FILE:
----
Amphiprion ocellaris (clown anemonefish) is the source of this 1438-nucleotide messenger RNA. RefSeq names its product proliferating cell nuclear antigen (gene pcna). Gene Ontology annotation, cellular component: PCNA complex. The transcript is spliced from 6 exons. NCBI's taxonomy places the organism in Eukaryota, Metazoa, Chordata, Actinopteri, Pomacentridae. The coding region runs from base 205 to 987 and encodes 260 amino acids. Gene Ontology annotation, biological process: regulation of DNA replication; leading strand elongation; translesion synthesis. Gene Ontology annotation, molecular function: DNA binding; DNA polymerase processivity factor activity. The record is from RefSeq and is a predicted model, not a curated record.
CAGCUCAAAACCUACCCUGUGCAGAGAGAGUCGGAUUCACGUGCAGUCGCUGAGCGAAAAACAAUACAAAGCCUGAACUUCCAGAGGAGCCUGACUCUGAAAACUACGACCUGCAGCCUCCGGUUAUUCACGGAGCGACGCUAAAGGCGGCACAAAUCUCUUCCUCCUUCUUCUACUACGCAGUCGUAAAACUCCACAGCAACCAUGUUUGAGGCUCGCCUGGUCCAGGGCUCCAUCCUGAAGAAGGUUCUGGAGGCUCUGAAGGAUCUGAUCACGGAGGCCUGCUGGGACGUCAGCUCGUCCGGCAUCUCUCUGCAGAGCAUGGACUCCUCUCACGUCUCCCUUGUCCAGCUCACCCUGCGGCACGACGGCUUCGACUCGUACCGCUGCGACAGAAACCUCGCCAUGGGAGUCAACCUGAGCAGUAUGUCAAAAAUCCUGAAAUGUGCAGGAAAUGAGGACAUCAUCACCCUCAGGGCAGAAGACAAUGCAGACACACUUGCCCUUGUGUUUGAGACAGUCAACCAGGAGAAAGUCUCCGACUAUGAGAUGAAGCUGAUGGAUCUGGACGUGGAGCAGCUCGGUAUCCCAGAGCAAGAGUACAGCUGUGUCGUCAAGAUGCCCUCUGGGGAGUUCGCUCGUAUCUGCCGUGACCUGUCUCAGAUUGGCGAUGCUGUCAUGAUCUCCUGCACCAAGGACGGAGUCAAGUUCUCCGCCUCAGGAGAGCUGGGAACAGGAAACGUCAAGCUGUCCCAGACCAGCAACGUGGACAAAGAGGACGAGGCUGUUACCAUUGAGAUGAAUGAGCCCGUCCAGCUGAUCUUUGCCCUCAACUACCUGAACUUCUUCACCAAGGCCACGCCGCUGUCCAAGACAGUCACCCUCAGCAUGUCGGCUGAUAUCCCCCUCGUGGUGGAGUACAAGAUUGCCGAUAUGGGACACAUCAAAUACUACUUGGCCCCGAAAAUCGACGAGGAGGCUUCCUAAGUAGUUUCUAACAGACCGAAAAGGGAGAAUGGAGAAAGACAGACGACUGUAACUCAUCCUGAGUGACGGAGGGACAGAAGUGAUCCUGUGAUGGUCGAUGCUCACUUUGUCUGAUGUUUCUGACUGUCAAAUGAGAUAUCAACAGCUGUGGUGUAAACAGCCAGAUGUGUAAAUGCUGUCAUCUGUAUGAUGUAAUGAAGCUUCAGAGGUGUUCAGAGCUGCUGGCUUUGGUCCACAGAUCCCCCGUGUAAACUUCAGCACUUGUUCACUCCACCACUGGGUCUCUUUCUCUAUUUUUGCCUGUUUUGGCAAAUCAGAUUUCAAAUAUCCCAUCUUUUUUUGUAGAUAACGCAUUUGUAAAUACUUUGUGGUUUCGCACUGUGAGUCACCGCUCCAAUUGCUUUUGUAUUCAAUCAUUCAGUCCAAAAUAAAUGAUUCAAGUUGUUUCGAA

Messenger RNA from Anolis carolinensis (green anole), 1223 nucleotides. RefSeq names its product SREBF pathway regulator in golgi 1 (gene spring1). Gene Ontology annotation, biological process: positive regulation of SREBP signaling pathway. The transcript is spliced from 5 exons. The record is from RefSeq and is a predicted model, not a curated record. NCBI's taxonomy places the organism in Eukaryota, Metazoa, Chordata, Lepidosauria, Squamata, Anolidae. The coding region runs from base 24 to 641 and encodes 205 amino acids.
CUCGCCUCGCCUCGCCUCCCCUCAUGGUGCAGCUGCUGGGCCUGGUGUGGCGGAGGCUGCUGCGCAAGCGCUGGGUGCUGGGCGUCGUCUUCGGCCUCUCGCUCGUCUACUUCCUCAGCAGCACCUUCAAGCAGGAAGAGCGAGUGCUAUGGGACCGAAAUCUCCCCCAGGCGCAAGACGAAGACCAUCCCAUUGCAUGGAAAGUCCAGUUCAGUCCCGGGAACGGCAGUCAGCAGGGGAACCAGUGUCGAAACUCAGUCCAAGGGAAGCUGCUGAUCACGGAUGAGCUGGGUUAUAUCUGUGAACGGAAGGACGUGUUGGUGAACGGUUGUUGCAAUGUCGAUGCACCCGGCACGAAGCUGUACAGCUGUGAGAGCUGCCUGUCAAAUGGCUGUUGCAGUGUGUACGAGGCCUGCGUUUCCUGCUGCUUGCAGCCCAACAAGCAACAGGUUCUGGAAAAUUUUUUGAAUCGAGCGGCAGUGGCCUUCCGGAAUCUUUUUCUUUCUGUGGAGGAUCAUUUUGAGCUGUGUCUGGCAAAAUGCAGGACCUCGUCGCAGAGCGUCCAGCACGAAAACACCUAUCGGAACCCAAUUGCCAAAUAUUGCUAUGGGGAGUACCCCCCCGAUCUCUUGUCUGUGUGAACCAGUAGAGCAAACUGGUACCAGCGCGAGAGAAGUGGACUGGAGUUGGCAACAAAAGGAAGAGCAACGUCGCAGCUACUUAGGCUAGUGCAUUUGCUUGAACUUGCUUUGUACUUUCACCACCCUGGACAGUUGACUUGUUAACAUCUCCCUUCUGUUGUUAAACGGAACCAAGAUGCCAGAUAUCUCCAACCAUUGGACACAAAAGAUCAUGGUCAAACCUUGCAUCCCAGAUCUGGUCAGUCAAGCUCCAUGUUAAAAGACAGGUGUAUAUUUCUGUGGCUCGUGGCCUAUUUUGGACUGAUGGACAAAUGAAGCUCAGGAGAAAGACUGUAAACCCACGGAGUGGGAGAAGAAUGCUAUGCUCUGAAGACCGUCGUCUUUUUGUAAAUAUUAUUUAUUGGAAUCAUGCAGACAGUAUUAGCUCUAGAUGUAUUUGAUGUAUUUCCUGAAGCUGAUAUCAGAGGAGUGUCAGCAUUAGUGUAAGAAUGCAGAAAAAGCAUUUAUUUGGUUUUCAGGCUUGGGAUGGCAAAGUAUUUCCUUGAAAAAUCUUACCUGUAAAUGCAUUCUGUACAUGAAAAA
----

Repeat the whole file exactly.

Amphiprion ocellaris (clown anemonefish) is the source of this 1438-nucleotide messenger RNA. RefSeq names its product proliferating cell nuclear antigen (gene pcna). Gene Ontology annotation, cellular component: PCNA complex. The transcript is spliced from 6 exons. NCBI's taxonomy places the organism in Eukaryota, Metazoa, Chordata, Actinopteri, Pomacentridae. The coding region runs from base 205 to 987 and encodes 260 amino acids. Gene Ontology annotation, biological process: regulation of DNA replication; leading strand elongation; translesion synthesis. Gene Ontology annotation, molecular function: DNA binding; DNA polymerase processivity factor activity. The record is from RefSeq and is a predicted model, not a curated record.
CAGCUCAAAACCUACCCUGUGCAGAGAGAGUCGGAUUCACGUGCAGUCGCUGAGCGAAAAACAAUACAAAGCCUGAACUUCCAGAGGAGCCUGACUCUGAAAACUACGACCUGCAGCCUCCGGUUAUUCACGGAGCGACGCUAAAGGCGGCACAAAUCUCUUCCUCCUUCUUCUACUACGCAGUCGUAAAACUCCACAGCAACCAUGUUUGAGGCUCGCCUGGUCCAGGGCUCCAUCCUGAAGAAGGUUCUGGAGGCUCUGAAGGAUCUGAUCACGGAGGCCUGCUGGGACGUCAGCUCGUCCGGCAUCUCUCUGCAGAGCAUGGACUCCUCUCACGUCUCCCUUGUCCAGCUCACCCUGCGGCACGACGGCUUCGACUCGUACCGCUGCGACAGAAACCUCGCCAUGGGAGUCAACCUGAGCAGUAUGUCAAAAAUCCUGAAAUGUGCAGGAAAUGAGGACAUCAUCACCCUCAGGGCAGAAGACAAUGCAGACACACUUGCCCUUGUGUUUGAGACAGUCAACCAGGAGAAAGUCUCCGACUAUGAGAUGAAGCUGAUGGAUCUGGACGUGGAGCAGCUCGGUAUCCCAGAGCAAGAGUACAGCUGUGUCGUCAAGAUGCCCUCUGGGGAGUUCGCUCGUAUCUGCCGUGACCUGUCUCAGAUUGGCGAUGCUGUCAUGAUCUCCUGCACCAAGGACGGAGUCAAGUUCUCCGCCUCAGGAGAGCUGGGAACAGGAAACGUCAAGCUGUCCCAGACCAGCAACGUGGACAAAGAGGACGAGGCUGUUACCAUUGAGAUGAAUGAGCCCGUCCAGCUGAUCUUUGCCCUCAACUACCUGAACUUCUUCACCAAGGCCACGCCGCUGUCCAAGACAGUCACCCUCAGCAUGUCGGCUGAUAUCCCCCUCGUGGUGGAGUACAAGAUUGCCGAUAUGGGACACAUCAAAUACUACUUGGCCCCGAAAAUCGACGAGGAGGCUUCCUAAGUAGUUUCUAACAGACCGAAAAGGGAGAAUGGAGAAAGACAGACGACUGUAACUCAUCCUGAGUGACGGAGGGACAGAAGUGAUCCUGUGAUGGUCGAUGCUCACUUUGUCUGAUGUUUCUGACUGUCAAAUGAGAUAUCAACAGCUGUGGUGUAAACAGCCAGAUGUGUAAAUGCUGUCAUCUGUAUGAUGUAAUGAAGCUUCAGAGGUGUUCAGAGCUGCUGGCUUUGGUCCACAGAUCCCCCGUGUAAACUUCAGCACUUGUUCACUCCACCACUGGGUCUCUUUCUCUAUUUUUGCCUGUUUUGGCAAAUCAGAUUUCAAAUAUCCCAUCUUUUUUUGUAGAUAACGCAUUUGUAAAUACUUUGUGGUUUCGCACUGUGAGUCACCGCUCCAAUUGCUUUUGUAUUCAAUCAUUCAGUCCAAAAUAAAUGAUUCAAGUUGUUUCGAA

Messenger RNA from Anolis carolinensis (green anole), 1223 nucleotides. RefSeq names its product SREBF pathway regulator in golgi 1 (gene spring1). Gene Ontology annotation, biological process: positive regulation of SREBP signaling pathway. The transcript is spliced from 5 exons. The record is from RefSeq and is a predicted model, not a curated record. NCBI's taxonomy places the organism in Eukaryota, Metazoa, Chordata, Lepidosauria, Squamata, Anolidae. The coding region runs from base 24 to 641 and encodes 205 amino acids.
CUCGCCUCGCCUCGCCUCCCCUCAUGGUGCAGCUGCUGGGCCUGGUGUGGCGGAGGCUGCUGCGCAAGCGCUGGGUGCUGGGCGUCGUCUUCGGCCUCUCGCUCGUCUACUUCCUCAGCAGCACCUUCAAGCAGGAAGAGCGAGUGCUAUGGGACCGAAAUCUCCCCCAGGCGCAAGACGAAGACCAUCCCAUUGCAUGGAAAGUCCAGUUCAGUCCCGGGAACGGCAGUCAGCAGGGGAACCAGUGUCGAAACUCAGUCCAAGGGAAGCUGCUGAUCACGGAUGAGCUGGGUUAUAUCUGUGAACGGAAGGACGUGUUGGUGAACGGUUGUUGCAAUGUCGAUGCACCCGGCACGAAGCUGUACAGCUGUGAGAGCUGCCUGUCAAAUGGCUGUUGCAGUGUGUACGAGGCCUGCGUUUCCUGCUGCUUGCAGCCCAACAAGCAACAGGUUCUGGAAAAUUUUUUGAAUCGAGCGGCAGUGGCCUUCCGGAAUCUUUUUCUUUCUGUGGAGGAUCAUUUUGAGCUGUGUCUGGCAAAAUGCAGGACCUCGUCGCAGAGCGUCCAGCACGAAAACACCUAUCGGAACCCAAUUGCCAAAUAUUGCUAUGGGGAGUACCCCCCCGAUCUCUUGUCUGUGUGAACCAGUAGAGCAAACUGGUACCAGCGCGAGAGAAGUGGACUGGAGUUGGCAACAAAAGGAAGAGCAACGUCGCAGCUACUUAGGCUAGUGCAUUUGCUUGAACUUGCUUUGUACUUUCACCACCCUGGACAGUUGACUUGUUAACAUCUCCCUUCUGUUGUUAAACGGAACCAAGAUGCCAGAUAUCUCCAACCAUUGGACACAAAAGAUCAUGGUCAAACCUUGCAUCCCAGAUCUGGUCAGUCAAGCUCCAUGUUAAAAGACAGGUGUAUAUUUCUGUGGCUCGUGGCCUAUUUUGGACUGAUGGACAAAUGAAGCUCAGGAGAAAGACUGUAAACCCACGGAGUGGGAGAAGAAUGCUAUGCUCUGAAGACCGUCGUCUUUUUGUAAAUAUUAUUUAUUGGAAUCAUGCAGACAGUAUUAGCUCUAGAUGUAUUUGAUGUAUUUCCUGAAGCUGAUAUCAGAGGAGUGUCAGCAUUAGUGUAAGAAUGCAGAAAAAGCAUUUAUUUGGUUUUCAGGCUUGGGAUGGCAAAGUAUUUCCUUGAAAAAUCUUACCUGUAAAUGCAUUCUGUACAUGAAAAA